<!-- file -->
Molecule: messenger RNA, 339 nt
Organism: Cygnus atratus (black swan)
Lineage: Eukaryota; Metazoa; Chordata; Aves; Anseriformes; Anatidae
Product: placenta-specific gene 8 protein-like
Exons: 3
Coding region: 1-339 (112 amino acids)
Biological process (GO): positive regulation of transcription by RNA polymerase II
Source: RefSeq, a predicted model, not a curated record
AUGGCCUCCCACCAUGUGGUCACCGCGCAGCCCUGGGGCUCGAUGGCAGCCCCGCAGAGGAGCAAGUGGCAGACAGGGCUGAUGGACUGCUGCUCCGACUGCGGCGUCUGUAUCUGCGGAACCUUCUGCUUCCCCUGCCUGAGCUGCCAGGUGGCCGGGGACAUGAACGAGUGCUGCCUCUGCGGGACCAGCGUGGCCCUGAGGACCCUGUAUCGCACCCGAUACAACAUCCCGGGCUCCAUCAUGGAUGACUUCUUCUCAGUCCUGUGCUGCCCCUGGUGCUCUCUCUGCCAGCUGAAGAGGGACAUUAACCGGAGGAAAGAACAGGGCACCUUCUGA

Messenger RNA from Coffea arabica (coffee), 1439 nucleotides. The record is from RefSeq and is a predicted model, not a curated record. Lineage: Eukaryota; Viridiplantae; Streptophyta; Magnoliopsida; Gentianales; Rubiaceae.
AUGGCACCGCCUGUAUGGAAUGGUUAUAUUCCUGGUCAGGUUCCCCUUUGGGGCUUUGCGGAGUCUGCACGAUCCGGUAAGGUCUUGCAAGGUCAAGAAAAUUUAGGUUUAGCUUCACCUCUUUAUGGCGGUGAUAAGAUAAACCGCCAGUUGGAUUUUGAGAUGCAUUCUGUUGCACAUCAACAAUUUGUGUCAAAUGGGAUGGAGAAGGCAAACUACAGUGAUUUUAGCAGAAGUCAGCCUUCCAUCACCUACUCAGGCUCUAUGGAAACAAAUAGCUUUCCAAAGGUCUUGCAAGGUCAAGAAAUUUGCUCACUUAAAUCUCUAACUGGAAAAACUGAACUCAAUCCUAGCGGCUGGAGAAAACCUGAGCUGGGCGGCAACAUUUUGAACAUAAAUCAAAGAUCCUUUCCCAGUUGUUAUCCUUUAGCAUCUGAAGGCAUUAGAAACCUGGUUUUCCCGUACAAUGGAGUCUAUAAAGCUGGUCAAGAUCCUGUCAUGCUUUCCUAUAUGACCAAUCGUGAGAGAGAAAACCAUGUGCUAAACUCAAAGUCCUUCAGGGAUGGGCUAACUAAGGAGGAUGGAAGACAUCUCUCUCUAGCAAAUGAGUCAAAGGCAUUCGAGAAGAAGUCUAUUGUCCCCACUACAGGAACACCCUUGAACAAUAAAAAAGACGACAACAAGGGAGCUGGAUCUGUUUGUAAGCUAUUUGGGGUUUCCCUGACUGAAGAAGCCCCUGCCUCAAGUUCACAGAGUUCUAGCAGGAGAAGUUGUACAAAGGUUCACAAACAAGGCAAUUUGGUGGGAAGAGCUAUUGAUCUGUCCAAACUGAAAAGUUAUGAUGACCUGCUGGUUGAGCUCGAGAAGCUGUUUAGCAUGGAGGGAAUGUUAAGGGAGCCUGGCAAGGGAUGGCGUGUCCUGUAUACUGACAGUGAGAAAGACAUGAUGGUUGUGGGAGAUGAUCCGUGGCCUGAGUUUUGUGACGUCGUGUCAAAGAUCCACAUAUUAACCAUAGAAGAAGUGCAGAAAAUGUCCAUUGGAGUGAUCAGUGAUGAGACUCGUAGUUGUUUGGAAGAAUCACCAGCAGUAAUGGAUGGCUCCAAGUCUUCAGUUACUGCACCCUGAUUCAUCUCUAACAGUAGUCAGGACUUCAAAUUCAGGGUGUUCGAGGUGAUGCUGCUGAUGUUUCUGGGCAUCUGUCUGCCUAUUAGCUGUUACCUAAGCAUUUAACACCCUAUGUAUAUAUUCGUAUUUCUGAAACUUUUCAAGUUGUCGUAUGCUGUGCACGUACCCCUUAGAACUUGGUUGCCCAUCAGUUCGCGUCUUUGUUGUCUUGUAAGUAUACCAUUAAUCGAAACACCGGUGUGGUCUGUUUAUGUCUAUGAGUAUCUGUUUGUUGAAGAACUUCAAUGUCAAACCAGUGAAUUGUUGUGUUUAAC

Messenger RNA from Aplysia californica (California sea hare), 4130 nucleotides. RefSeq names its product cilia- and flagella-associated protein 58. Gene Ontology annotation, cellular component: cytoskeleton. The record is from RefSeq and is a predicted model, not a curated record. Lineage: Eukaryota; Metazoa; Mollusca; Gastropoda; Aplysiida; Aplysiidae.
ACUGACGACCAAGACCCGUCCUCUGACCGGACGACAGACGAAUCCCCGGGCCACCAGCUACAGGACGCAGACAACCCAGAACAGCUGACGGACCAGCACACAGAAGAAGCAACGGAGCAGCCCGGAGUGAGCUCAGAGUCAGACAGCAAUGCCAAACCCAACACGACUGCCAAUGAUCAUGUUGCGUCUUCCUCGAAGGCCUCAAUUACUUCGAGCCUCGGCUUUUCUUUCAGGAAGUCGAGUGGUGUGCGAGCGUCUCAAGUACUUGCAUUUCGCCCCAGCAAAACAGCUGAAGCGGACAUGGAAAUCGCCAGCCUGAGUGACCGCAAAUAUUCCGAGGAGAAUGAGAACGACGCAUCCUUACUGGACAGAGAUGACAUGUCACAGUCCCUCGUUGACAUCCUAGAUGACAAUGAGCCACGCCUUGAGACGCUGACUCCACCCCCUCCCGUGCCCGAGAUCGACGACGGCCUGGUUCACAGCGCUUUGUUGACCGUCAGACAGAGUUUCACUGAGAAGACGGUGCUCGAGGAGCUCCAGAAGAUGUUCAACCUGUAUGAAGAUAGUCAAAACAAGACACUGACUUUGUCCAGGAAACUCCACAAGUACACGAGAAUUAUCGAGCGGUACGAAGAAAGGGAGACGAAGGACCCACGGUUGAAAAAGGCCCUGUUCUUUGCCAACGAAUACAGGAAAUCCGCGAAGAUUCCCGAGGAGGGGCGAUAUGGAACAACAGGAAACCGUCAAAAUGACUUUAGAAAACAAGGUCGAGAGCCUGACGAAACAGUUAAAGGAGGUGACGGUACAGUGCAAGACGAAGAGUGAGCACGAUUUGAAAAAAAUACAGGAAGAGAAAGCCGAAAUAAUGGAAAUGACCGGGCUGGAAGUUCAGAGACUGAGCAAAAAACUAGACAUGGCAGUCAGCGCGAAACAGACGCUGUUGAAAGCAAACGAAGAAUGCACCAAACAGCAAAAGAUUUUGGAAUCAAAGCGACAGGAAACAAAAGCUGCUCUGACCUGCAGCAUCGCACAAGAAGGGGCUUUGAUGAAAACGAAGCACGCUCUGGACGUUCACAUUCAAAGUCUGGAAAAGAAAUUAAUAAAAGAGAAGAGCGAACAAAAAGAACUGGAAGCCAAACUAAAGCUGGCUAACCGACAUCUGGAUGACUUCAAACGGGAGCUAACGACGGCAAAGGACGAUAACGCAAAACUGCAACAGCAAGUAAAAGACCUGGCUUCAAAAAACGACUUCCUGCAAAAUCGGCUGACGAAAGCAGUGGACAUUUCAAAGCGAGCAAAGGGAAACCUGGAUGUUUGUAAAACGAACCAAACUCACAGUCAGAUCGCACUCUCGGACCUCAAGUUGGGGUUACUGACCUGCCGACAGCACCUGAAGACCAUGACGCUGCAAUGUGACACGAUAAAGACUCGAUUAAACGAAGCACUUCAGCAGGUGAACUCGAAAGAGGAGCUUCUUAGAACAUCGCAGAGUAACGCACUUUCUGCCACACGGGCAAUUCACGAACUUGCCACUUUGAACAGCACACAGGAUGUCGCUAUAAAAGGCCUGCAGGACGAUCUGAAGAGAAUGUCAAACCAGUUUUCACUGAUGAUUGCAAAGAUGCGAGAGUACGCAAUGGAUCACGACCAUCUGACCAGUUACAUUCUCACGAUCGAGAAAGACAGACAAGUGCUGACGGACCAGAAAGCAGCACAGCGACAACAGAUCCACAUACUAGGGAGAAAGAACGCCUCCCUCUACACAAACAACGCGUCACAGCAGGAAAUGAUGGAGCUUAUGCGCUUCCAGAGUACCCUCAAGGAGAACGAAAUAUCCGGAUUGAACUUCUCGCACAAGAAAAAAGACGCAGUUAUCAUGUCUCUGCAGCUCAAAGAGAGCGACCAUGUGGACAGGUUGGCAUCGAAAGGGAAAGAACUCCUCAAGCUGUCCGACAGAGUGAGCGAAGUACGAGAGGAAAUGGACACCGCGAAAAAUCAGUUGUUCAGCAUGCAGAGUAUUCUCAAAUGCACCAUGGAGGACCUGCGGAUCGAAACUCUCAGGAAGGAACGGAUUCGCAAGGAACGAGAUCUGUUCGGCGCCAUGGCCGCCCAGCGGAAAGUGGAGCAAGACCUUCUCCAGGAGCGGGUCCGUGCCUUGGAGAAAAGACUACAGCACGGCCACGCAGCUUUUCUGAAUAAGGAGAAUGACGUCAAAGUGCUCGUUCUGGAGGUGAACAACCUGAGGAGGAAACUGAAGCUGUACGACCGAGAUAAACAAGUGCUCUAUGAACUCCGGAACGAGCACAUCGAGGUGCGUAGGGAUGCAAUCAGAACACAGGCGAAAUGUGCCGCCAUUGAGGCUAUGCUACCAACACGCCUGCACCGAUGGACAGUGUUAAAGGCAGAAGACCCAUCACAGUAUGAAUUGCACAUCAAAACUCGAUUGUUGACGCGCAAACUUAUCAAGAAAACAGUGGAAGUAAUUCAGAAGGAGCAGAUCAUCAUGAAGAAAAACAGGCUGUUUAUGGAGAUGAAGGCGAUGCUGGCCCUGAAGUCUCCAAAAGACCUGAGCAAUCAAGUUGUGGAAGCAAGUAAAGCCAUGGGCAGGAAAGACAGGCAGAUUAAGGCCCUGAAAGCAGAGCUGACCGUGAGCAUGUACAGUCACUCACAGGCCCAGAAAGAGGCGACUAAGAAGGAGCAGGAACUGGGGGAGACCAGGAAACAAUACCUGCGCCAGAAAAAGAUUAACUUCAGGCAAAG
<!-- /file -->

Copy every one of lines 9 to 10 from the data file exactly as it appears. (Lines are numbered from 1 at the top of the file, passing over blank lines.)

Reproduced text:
AUGGCCUCCCACCAUGUGGUCACCGCGCAGCCCUGGGGCUCGAUGGCAGCCCCGCAGAGGAGCAAGUGGCAGACAGGGCUGAUGGACUGCUGCUCCGACUGCGGCGUCUGUAUCUGCGGAACCUUCUGCUUCCCCUGCCUGAGCUGCCAGGUGGCCGGGGACAUGAACGAGUGCUGCCUCUGCGGGACCAGCGUGGCCCUGAGGACCCUGUAUCGCACCCGAUACAACAUCCCGGGCUCCAUCAUGGAUGACUUCUUCUCAGUCCUGUGCUGCCCCUGGUGCUCUCUCUGCCAGCUGAAGAGGGACAUUAACCGGAGGAAAGAACAGGGCACCUUCUGA

Messenger RNA from Coffea arabica (coffee), 1439 nucleotides. The record is from RefSeq and is a predicted model, not a curated record. Lineage: Eukaryota; Viridiplantae; Streptophyta; Magnoliopsida; Gentianales; Rubiaceae.